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Discussion in 'The Observation Bar' started by BlueTrain, Aug 21, 2016.
"Girls just wanna have fun"!
From my friend AmatiesGal's Twitter post:
In my next life, I'm not asking to be Tom Brady or Picasso, but I would like to have the incredible skill to convey the exact type of confusion that we all know Snoopy is experiencing with nothing more than a few simple lines. Kudos to that artist - he / she did so much with so little.
How many times have you witnessed what can only be described as reckless driving and said to yourself, “sure with there was a traffic cop around here”?
Today as I was headed to the hardware store I heard a loud revving and then out of the corner of my left eye caught a blur of a red late-model Mustang going a good 70-plus mph and rapidly changing lanes on a 35 mph arterial.
And then I saw the white unmarked cop car with the lights in its grille and windows flashing.
Cubs #2 Hendricks retired the last seventeen Cardinal batters he faced Sunday, may have turned the corner.
..and I love God Bless America before The Star Spangled Banner. Gorgeous wonderful music.
Our national anthem does not stir my soul, the reason is because it's a sycophantic song about the monarch and nothing to do at all about our country. As well as England, God Save the Queen is the national anthem of the United Kingdom and one of two national anthems used by New Zealand, as well as for several of the UK's territories that have their own additional local anthem. It is also the royal anthem – played specifically in the presence of the monarch, of Australia, Canada, Barbados and Tuvalu. In countries not previously part of the British Empire, the tune of God Save the Queen has provided the basis for various patriotic songs, though still generally connected with royal ceremony. The melody continues to be used for the national anthem of Liechtenstein, Oben am jungen Rhein, and the royal anthem of Norway, Kongesangen. In the United States, the melody is used for the patriotic song My Country, 'Tis of Thee. The sovereign and her or his spouse are saluted with the entire composition.
My speculative guess is because it was first written in the 18th century while a lot of European monarchies were falling. It's so obsequious, so oleaginous and so sycophantic, just the way we were to royalty in that era. Now, almost 300 years later, it would be unthinkable to change it. But others in The Commonwealth have their own anthem as well as God Save the Queen, why would it be so wrong for the English to have something as stirring as Scotland's, Oh Flower of Scotland? That would make me smile.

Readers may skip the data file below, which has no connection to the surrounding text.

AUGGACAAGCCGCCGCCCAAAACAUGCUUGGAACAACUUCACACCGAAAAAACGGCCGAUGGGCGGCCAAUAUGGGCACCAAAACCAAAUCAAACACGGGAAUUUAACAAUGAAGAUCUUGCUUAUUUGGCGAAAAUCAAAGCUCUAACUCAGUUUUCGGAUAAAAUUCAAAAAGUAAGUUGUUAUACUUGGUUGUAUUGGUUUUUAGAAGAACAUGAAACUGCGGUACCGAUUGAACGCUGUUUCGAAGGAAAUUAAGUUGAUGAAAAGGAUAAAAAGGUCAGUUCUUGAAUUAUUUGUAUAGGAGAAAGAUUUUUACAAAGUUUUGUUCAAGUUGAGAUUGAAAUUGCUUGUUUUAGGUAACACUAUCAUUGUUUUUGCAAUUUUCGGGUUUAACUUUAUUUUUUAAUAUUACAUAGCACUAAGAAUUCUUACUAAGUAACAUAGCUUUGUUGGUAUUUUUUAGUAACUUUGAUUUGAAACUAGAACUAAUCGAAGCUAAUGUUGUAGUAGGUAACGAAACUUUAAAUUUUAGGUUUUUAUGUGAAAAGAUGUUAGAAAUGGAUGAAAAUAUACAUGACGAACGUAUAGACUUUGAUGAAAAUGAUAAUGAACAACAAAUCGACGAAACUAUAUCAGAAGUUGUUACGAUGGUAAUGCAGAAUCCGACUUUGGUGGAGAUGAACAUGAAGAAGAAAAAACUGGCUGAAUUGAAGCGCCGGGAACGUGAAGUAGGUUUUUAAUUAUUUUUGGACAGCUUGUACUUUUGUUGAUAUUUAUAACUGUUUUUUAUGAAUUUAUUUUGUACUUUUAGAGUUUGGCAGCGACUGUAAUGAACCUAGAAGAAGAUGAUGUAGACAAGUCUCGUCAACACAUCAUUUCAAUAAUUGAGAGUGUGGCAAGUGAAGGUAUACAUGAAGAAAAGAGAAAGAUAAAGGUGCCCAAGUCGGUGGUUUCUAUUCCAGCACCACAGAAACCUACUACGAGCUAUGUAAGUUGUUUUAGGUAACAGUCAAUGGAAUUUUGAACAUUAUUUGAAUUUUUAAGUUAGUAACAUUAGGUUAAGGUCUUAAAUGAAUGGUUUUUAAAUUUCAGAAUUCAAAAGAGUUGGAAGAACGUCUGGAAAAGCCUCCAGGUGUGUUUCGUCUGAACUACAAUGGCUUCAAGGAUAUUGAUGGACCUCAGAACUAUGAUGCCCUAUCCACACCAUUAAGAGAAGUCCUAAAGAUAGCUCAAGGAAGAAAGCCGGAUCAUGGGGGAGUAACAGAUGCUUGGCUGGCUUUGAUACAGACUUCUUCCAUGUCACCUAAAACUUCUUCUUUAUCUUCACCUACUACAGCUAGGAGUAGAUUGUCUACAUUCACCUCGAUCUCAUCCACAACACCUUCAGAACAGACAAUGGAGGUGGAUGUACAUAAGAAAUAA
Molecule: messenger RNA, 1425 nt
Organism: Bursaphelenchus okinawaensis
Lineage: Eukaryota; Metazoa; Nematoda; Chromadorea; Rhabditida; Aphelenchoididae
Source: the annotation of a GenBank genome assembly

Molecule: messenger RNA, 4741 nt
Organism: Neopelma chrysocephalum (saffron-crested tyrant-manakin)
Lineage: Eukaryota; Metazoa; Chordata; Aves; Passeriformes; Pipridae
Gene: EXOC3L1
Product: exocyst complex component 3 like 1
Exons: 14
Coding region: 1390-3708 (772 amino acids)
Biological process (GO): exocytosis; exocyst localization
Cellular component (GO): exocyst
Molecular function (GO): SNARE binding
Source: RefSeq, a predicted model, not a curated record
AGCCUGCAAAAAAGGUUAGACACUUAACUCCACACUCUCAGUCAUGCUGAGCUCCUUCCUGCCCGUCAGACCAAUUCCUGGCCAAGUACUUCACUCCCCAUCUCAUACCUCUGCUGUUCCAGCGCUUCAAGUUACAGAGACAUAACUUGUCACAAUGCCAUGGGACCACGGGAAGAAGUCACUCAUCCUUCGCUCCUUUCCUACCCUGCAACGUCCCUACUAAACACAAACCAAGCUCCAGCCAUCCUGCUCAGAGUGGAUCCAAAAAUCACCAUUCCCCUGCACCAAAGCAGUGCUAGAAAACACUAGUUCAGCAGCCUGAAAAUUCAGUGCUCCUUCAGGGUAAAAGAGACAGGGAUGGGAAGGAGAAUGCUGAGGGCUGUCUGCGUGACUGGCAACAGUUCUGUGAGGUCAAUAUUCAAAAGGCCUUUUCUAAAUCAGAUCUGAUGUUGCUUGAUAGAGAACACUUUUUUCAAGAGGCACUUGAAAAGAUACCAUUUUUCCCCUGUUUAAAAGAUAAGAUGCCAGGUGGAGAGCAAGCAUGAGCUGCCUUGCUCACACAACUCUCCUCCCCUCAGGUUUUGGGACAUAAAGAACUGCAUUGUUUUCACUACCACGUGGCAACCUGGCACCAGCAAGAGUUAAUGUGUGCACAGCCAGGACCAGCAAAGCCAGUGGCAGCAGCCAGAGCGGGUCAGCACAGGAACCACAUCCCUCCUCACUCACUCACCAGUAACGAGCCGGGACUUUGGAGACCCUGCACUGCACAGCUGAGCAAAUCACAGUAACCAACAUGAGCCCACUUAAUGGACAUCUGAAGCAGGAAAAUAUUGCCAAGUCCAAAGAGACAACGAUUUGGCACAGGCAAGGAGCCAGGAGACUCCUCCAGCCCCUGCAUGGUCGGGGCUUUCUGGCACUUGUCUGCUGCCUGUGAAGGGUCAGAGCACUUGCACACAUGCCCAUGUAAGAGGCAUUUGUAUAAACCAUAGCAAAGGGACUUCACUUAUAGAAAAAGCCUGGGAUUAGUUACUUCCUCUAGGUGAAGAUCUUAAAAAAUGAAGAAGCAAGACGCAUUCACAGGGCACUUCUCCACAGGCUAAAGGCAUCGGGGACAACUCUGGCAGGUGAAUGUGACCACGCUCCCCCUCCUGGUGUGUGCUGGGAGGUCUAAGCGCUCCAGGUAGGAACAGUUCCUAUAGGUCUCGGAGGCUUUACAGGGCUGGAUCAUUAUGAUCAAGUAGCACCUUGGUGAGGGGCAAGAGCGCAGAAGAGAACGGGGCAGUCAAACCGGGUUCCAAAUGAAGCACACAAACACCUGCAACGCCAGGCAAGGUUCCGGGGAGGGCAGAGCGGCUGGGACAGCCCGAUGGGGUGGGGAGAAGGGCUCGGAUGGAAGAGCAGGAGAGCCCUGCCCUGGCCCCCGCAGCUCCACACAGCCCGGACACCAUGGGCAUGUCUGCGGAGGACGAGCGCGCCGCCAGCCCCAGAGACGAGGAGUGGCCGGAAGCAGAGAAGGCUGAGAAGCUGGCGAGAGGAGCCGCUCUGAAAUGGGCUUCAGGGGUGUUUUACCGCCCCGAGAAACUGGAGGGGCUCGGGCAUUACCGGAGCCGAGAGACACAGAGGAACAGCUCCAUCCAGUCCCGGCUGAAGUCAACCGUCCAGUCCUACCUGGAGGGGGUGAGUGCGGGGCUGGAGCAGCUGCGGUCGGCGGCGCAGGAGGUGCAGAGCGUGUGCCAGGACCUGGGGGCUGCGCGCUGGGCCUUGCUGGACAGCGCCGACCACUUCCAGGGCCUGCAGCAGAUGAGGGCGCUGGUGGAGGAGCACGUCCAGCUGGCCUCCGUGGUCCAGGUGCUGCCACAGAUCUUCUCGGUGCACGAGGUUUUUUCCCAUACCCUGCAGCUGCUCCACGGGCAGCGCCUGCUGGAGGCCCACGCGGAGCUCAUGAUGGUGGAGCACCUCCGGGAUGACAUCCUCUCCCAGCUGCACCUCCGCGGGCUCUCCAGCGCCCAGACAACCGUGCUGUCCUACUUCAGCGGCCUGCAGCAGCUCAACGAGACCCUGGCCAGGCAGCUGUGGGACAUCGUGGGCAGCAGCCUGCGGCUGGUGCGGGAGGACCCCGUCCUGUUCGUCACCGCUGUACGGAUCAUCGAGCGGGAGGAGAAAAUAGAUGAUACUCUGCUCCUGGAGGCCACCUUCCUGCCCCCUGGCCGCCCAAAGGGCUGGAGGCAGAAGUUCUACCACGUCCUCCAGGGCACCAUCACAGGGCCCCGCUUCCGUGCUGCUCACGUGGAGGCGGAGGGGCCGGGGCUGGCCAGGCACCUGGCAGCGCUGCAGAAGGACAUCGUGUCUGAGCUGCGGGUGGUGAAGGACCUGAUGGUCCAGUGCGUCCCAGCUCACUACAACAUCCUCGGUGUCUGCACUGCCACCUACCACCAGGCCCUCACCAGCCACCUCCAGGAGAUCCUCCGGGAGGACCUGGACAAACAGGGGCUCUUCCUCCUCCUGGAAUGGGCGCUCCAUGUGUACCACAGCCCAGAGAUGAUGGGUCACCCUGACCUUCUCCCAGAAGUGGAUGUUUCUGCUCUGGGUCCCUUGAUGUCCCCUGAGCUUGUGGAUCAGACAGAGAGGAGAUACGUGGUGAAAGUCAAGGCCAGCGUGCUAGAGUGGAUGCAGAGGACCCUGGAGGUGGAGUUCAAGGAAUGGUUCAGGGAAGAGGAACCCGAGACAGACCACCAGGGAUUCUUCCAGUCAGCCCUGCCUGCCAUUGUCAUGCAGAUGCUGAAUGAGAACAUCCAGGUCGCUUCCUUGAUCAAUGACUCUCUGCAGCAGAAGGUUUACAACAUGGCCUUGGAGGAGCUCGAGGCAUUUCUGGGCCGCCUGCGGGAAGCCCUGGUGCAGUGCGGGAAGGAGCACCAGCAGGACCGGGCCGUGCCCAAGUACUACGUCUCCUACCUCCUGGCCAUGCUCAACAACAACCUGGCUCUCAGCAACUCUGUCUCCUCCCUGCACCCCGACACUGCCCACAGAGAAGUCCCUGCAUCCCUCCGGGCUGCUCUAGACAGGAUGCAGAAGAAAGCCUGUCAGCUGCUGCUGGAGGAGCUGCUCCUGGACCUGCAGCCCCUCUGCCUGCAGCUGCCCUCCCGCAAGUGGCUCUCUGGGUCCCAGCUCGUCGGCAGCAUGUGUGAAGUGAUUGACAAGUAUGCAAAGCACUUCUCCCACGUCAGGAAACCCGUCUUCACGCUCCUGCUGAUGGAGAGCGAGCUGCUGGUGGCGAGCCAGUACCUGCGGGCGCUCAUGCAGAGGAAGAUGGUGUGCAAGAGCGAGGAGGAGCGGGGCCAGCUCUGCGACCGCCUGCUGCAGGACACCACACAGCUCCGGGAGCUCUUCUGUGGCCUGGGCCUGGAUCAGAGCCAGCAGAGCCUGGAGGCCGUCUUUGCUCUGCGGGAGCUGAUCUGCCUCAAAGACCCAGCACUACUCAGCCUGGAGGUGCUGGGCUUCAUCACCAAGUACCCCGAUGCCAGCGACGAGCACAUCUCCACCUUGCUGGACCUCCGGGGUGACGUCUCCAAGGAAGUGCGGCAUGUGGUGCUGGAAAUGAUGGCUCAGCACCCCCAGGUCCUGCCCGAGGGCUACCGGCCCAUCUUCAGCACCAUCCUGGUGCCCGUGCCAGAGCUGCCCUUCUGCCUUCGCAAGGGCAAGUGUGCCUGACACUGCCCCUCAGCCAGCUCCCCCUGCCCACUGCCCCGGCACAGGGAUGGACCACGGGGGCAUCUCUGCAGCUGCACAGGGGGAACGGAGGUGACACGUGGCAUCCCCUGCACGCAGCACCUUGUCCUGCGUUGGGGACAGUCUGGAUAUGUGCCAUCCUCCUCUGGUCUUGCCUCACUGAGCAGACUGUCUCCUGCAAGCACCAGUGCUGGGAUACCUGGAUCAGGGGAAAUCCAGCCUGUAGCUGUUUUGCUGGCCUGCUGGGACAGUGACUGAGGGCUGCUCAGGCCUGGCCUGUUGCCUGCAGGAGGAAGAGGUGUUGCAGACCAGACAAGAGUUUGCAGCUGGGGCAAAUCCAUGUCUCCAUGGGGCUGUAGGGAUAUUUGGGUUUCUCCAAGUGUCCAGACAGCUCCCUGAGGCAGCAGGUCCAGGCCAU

"America the Beautiful" should be our Anthem. Or "This Land is Your Land," with all the verses sung.
Anything sung by Katherine Jenkins makes me smile...
Can't think why?
“This Land is Your Land” would get my vote, even with the two “radical” verses omitted. The imagery in the lyrics is much more evocative of the USA I know than anything in “The Star Spangled Banner,” which has the additional burden of being about a military venture that didn’t go so well for the home team.
And the “This Land” melody has a folkier feel that is more suited to a nation that likes to think itself a place of equality among people, no matter their origin.
“Roll On Columbia” is a great tune as well, although its references are exclusive to the Northwest, so that disqualifies it as an anthem for the nation.
Her Requiem for A Soldier is classic.
I've always been partial to, "Columbia the Gem of the Ocean." The tune is quite stirring, although it has overtones of early 20th Century expansionism.
I also like the fact that the Brits "borrowed" it for "Britannia the Pride of the Ocean. Fair play turnabout, I suppose, for our purloining "To Anacreon in Heaven" for our current national anthem, and "Heart of Oak" (the anthem of the Royal Navy) for the very first US patriotic tune, "The Liberty Song."
I am pretty sure that I wish for/say this at least twice every time I am on the road.
Remembering/Thinking about my Mother and Grandparents and the good times when they were alive. They were funny, hardworking, caring, honest, really good people. I realized a long time ago that I am luckier than many.
And you’re lucky to have enough on the ball to know how lucky you are.
I think of my grandfather often. I had him until I was 33. He was a funny, caring, decent man who took great pleasure in his grandkids.
Lucky? You bet.
Clipping toenails without asking
Of American anthems, I think "The Battle Hymn of the Republic" is the best. Yes, it's about war, but it's about the very best justifications for war: "As he died to make men holy, let us die to make men free."
Strangely, Germany's national anthem, "Deutschland Uber Alles," is one of the least belligerent. The opening verses lay claim to some land that was never German, but the rest of it praises German wine, German music and the beauty of German women. It's literally an anthem about wine, women and song. Compare this with La Marseillaise, the most stirring of anthems, with lines like "Their impure blood shall water the furrows of our fields."
Years ago back in the heyday of Usenet and text-only web browsers, there was an entertaining discussion on alt.fan.pratchett about national anthems. (It was shortly after Jingo came out). The upshot was that all national anthems can be sung using only the phrase, "We are right and you are wrong". Surprisingly, it works. I've tried it with the Star Spangled Banner, Hatikveh, the Internationale, the Marseillaise, God Save the Queen, Deutchlandlied, Bayernhymn, Kimigayo, etc.
Sometimes when I get depressed, I come here to the lounge. There are always posts and comments here that make me smile and I do mean ALWAYS
I love you!
Shift over, I love this advert.